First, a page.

Life Lessons from Curious George
I was sitting next to my kid. He was uncharacteristically quiet, his eyes characteristically wide, and his mouth set into his daddy's thinking, open-lipped pause. I stole a look to gauge my kid's reaction. He blinked, but that was about it.
If I hadn't become so effin' good at controlling my effin' mouth, I would've muttered, "What the fuck? This monkey is a fucking menace to society."
Li'l Otis grandparents were good enough to buy him two full volumes of Curious George stories. There's a red one and a blue one and they are the boy's first pick nearly every night before bed.
"How about the red one?" he says. "That'd be a great idea!"
I never fail to accommodate him, because it's either that or read about the soft little lamb and watch my boy lovingly fondle the soft felt laid into the pages. You know, a daddy's gotta watch out for felt fondling.
Over time, I've gotten to the point to where I know the stories almost as well as the kid. Some of them are okay. When Curious George laments his small size and dreams he is big, he learns that being big is sometimes as bad or worse than being little. However, most of the time, Curious George is engaging in high stakes, high risk, highly anti-social behavior.
Take, for instance, the time Curious George went to the train station, escaped from the Man in the Yellow Hat (as is his little monkey-assed wont), climbed up on the train schedule board and started re-arranging track numbers and times. In 2007, that's terrorist activity and if caught, George would've ended up in a monkey version of Gitmo. Of course, in the story, George ends up saving a kid from running onto the tracks and his indiscretions on the Big Board are forgiven.
If that doesn't do it for you, the list goes on and on. From jumping irresponsibly on the bed so he can see himself in a mirror, to running amok in a toy store, to ruining a major city's parade, George does it all. And, of course, at the end of it all, George is always forgiven. In a lot of cases, if he were a man, he would at the very least have his ass kicked and at the worse would be hung in town square.
I guess George's wide-eyed curiosity can be a little endearing. There's no evil in his heart. He's not fucking everything up in an effort to hurt, spite, or otherwise piss off his fellow primates. He's simply curious. His atavistic mind gets the better of him.
At the same time, I think there are people in the head-shrinking world who would say The Man in the Yellow Hat, Mrs. Gray, and and the whole lot of saps in George's little fantasy town are no more than a flock of enablers. The more they forgive George, the more he fails to understand how his reckless, feckless attitude toward life tends to screw up the lives of people around him.
Now, as a guy who tends to lead a reckless life and is often forced to ask for forgiveness more than he asks permission, I can relate to the little monkey. I've been promising to grow up for...eh...about ten years now. Every time I think I'm out, well, I pull myself back in. To this point, I've been pretty lucky to have parents, a sibling, friends, and a wife who have been willing to forgive my indiscretions. Maybe someday I'll find a way to stop being a monkey.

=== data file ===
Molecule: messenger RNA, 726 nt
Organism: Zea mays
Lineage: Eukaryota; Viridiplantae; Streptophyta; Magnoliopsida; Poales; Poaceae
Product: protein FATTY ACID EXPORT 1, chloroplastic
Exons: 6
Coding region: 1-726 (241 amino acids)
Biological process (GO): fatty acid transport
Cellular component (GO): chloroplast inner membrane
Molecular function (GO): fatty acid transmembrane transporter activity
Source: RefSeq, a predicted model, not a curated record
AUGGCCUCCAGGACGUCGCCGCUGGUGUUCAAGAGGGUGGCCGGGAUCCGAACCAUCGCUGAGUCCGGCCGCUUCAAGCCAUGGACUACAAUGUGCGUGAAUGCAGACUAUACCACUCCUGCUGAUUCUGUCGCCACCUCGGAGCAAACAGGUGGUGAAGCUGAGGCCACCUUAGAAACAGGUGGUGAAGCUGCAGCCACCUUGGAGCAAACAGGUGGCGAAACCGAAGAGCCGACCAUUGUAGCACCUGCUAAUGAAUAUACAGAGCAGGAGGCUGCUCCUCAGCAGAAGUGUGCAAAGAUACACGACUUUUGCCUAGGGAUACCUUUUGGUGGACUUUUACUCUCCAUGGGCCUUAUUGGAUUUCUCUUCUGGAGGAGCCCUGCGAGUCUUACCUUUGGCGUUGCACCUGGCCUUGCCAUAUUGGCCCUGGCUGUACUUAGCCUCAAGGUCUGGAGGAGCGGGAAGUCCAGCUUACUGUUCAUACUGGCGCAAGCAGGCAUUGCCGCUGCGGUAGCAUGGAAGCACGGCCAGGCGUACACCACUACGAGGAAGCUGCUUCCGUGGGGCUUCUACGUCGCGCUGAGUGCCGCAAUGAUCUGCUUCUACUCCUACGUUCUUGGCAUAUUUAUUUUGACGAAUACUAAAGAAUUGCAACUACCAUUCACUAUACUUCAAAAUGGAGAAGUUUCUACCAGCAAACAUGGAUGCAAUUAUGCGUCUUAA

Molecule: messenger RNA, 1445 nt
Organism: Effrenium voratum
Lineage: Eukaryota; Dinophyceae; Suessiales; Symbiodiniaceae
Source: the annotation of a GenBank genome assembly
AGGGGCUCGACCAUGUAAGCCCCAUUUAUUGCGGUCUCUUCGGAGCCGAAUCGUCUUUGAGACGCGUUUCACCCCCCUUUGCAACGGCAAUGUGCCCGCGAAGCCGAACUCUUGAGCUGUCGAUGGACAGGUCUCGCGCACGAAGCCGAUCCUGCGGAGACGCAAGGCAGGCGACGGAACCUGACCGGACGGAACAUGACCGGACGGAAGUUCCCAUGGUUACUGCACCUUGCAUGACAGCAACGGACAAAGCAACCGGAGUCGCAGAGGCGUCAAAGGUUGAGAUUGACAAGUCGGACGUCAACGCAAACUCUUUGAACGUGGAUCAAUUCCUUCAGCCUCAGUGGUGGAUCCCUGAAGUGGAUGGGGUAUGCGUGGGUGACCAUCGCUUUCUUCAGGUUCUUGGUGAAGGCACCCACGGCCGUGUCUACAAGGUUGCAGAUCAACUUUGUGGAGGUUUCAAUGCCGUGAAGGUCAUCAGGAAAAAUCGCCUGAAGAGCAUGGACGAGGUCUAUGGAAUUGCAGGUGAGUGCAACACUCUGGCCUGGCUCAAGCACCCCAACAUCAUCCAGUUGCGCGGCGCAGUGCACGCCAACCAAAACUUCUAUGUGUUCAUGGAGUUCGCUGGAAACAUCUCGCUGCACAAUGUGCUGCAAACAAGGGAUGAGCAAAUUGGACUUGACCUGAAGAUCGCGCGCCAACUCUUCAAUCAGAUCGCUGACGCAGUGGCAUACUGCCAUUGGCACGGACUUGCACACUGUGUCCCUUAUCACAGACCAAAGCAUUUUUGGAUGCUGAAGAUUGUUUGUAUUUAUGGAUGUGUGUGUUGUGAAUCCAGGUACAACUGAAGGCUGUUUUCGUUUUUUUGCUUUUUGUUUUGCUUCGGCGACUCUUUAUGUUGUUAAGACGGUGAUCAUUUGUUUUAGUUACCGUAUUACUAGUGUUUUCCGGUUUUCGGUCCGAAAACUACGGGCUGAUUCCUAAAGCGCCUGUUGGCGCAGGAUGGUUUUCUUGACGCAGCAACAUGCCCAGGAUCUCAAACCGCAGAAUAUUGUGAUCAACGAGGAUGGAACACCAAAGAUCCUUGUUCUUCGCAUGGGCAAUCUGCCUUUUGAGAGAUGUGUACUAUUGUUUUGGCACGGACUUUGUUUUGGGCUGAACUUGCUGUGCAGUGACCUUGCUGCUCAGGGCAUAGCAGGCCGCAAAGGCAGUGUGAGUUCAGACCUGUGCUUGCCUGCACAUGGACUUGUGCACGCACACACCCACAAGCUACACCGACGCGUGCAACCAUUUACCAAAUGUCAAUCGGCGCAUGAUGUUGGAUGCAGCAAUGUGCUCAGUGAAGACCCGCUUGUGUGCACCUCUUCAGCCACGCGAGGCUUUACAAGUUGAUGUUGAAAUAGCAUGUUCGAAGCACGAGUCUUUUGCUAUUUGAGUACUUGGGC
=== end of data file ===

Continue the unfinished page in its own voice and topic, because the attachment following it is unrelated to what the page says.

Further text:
This, however, is not about me. It's about my kid. While I've been a little glib here, I actually wonder if Curious George is a good every-night read. Sure, they are good stories to teach forgiveness and they have stood the test of time (if you didn't know, the authors were Jews who fled Germany at just the right time). However, I feel like I'm justified in being a little concerned that I'm teaching my kid that it's okay to give in to boredom's advances and expect forgiveness when it's all said and done.
I can't say I've seen any hard evidence that George is rubbing off on the boy any more than Handy Manny or Bob the Builder are. However, my kid is about as curious as they come and tends to find a way to get in trouble in what most parents would consider a trouble vacuum. I am not as quick to forgive as the Man in the Yellow Hat, but, I have to admit to being a little soft sometimes.
Tonight, as I laid on the floor, watched TV, and made an effort to stay out of trouble, my wife heard the kid still rustling around in his bed.
"He's still awake," she said, the frustration in her voice more than a hint.
I thought about my countless nights, awake in bed, tossing back and forth under the covers. "He's his father's son," I muttered and turned my head back to the re-run.
In Curious George and the Dump Truck, the dump truck drivers run back and prepare to tear George a new one for dropping their landscaping dirt into the pond. However, when some kid notices the ducks are using the dirt as their own personal sunbathing island, the dump truck drivers say (and I'm paraphrasing a little here), "Well, hell yeah. That's right. I'll be damned. That little monkey deserves a medal for climbing into the cab of our truck, fucking around with machinery he doesn't know shit about, and potentially ruining the ecosystem of an entire park!"
Of course, I believe in forgiveness. What's more, I like to believe in the old "all's well that ends well." However, it's a fine line between being a nice dad and being the Man in the Yellow Hat. In short, I'm raising a kid, not a monkey, and I think I owe it to him to teach him early on that most dump truck drivers aren't as nice as the guys in the park.
And most of the ducks aren't going to see the spilled dirt as an island.